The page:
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Competition: Indigenous housing, Canada

Architects Without Borders (AWB) Canada has announced an international ideas contest for new housing for remote indigenous communities (Deadline: 14 November)

Open to everyone, with multidisciplinary collaborations encouraged, the competition seeks proposals for social housing for Canada’s indigenous communities in areas with limited year-round road access.

The project aims to boost the overall quality and sustainability of housing provided for the descendants of Canada’s original inhabitants, known as the First Nations. Many communities currently suffer from overcrowding and poor-quality housing and are not served by year-round all-weather roads.

Housing in Canada's remote indigenous communities

Housing in Canada’s remote indigenous communities

Housing in Canada’s remote indigenous communities

According to the brief: ‘The purpose of this competition is to raise awareness of Indigenous Housing in Canada and improve opportunities available to design, deliver and maintain housing for remote access Indigenous Canadians.

‘There are over 600 Indigenous Communities in Canada with over 60 ethnic groups located in diverse landscapes, many with remote access. Current housing is provided by Indigenous Communities or with funding from Canada Mortgage and Housing Corporation and Indigenous and Northern Affairs Canada. Housing demand can exceed supply causing overcrowding.’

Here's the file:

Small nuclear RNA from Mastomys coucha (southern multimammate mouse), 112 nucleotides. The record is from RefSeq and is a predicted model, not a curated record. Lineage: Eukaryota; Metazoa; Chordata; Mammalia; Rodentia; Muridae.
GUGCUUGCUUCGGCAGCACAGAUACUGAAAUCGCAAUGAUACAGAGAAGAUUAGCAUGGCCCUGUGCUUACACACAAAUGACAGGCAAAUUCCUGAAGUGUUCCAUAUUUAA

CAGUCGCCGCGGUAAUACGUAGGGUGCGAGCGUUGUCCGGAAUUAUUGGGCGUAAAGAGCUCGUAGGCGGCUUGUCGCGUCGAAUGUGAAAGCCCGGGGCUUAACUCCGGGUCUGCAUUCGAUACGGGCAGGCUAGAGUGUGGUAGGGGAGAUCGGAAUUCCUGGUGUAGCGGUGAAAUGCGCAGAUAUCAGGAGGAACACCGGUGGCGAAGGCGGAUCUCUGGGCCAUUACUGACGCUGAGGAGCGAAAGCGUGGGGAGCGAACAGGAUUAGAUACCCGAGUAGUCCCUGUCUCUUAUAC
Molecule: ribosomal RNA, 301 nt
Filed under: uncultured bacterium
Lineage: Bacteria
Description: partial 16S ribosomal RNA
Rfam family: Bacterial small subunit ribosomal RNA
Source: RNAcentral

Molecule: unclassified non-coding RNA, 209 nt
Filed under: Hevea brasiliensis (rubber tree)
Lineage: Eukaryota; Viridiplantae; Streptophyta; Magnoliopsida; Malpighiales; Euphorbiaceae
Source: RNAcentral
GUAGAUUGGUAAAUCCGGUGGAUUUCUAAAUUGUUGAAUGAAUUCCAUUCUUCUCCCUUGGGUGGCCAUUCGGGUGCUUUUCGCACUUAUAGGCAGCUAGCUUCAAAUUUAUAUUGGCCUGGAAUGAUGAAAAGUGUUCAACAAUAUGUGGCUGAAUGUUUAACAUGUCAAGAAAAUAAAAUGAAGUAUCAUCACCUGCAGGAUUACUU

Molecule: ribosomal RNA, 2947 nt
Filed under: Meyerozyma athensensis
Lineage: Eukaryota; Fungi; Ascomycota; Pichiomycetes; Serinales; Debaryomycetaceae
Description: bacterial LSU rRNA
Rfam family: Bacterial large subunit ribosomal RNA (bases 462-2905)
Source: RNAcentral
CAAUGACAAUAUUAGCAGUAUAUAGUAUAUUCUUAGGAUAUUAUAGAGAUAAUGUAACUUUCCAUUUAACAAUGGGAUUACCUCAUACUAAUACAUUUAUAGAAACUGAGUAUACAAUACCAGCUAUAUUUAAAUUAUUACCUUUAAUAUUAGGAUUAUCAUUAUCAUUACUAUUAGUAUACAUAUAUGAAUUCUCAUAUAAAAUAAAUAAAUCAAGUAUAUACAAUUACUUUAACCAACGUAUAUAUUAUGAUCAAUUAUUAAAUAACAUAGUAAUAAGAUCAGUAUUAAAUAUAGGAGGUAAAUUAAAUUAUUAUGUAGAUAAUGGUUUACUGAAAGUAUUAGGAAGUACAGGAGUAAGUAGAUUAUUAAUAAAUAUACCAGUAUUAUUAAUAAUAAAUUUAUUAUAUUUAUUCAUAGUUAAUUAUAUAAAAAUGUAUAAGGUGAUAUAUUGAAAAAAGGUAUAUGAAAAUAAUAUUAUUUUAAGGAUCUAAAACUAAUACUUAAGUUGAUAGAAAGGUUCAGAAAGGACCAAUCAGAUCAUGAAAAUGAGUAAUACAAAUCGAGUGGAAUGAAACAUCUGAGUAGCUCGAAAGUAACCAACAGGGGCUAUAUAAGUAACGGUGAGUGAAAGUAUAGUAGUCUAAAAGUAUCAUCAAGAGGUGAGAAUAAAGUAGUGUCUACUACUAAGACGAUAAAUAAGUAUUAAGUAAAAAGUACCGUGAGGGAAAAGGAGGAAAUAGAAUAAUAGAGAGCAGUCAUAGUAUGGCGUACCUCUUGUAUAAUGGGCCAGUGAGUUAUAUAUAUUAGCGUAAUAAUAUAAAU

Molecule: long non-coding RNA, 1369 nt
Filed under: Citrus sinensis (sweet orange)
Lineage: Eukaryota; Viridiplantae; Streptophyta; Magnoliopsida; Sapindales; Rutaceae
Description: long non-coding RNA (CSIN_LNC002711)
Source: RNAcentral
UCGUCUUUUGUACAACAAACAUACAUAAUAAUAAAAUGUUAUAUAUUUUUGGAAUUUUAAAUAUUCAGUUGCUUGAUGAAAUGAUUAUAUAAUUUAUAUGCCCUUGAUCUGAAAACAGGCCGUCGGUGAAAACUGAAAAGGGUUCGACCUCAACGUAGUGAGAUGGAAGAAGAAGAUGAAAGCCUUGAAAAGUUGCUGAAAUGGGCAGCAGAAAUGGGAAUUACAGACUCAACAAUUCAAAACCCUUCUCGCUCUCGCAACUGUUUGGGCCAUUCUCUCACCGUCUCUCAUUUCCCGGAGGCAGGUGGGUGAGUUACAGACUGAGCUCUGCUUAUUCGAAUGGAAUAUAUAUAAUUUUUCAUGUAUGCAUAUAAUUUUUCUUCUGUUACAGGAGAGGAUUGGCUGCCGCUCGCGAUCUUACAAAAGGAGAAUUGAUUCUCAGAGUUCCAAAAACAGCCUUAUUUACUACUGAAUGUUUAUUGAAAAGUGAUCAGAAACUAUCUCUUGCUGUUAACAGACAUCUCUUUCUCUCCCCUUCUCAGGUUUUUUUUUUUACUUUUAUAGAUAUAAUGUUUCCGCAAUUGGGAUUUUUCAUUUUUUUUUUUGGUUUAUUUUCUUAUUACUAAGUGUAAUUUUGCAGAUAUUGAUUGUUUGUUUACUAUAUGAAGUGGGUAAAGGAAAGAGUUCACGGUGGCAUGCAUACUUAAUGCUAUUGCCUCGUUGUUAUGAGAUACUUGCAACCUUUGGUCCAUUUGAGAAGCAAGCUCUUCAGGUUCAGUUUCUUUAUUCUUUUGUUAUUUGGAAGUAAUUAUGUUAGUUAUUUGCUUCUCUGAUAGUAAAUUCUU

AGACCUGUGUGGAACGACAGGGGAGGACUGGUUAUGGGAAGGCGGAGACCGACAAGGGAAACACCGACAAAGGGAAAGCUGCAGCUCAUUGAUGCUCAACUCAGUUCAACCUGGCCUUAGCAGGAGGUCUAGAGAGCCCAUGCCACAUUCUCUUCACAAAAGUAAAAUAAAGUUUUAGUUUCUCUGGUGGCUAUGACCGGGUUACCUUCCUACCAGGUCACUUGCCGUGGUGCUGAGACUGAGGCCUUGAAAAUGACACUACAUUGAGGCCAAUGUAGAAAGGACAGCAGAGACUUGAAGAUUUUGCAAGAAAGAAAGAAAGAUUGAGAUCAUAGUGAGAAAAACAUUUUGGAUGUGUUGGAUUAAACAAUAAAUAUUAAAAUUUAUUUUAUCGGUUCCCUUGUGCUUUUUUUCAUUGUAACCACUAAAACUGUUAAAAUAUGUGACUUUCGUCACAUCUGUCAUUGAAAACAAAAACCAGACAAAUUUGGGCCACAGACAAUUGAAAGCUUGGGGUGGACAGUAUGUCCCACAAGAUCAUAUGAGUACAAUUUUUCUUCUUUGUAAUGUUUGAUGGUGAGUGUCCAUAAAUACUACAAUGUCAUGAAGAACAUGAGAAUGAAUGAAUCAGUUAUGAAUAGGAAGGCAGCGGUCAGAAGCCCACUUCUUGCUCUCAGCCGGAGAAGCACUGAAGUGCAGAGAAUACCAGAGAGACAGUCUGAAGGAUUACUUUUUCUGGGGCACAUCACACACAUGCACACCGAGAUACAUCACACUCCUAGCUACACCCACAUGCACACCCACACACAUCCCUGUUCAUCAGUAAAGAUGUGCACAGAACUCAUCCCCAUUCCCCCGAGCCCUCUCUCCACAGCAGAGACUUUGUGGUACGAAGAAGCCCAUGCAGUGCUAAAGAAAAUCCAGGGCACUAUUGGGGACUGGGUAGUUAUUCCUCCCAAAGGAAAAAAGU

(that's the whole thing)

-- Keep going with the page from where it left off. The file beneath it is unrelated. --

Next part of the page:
Canada is home to around 850,000 First Nations people with the majority of communities located in Ontario and British Columbia. Many settlements are cut off by road during winter and only accessible by air, sea lift or temporary winter road across lakes.

AWB Canada is a not-for-profit voluntary organisation set up in 2005 to help communities affected by poverty, disaster or pandemic. Its founding members include architects, designers, academics and students from the University of Manitoba’s Faculty of Architecture.

Submissions may focus on one aspect of housing or feature a comprehensive strategy for communities. Proposals should respond to climate and history, harness local materials and labour, enhance people’s sense of community, culture and family, and be flexible enough to accommodate growth.

The jury will reflect a range of viewpoints and expertise and will mostly feature indigenous members. Ten teams will be shortlisted for detailed review ahead of the selection of winners.

The overall winner, due to be announced on 8 February, will receive a $5,000 CAD prize while a second prize of $3,000 CAD and third prize of $2,000 CAD will also be awarded.

How to apply


The deadline for submissions is 2pm local time (CST) on 14 November


There is no fee to enter this competition

Contact details

Architects Without Borders Canada
The Manitoba Association of Architects (MAA)
137 Bannatyne Ave
MB R3B 0R3


Visit the competition website for more information

 Q&A with Victor Kolynchuk

The competition organiser and practice leader at Architecture49 discusses his ambitions for the contest

Victor Kolynchuk

Victor Kolynchuk

Victor Kolynchuk

Why are your holding a competition for remote access indigenous housing in Canada?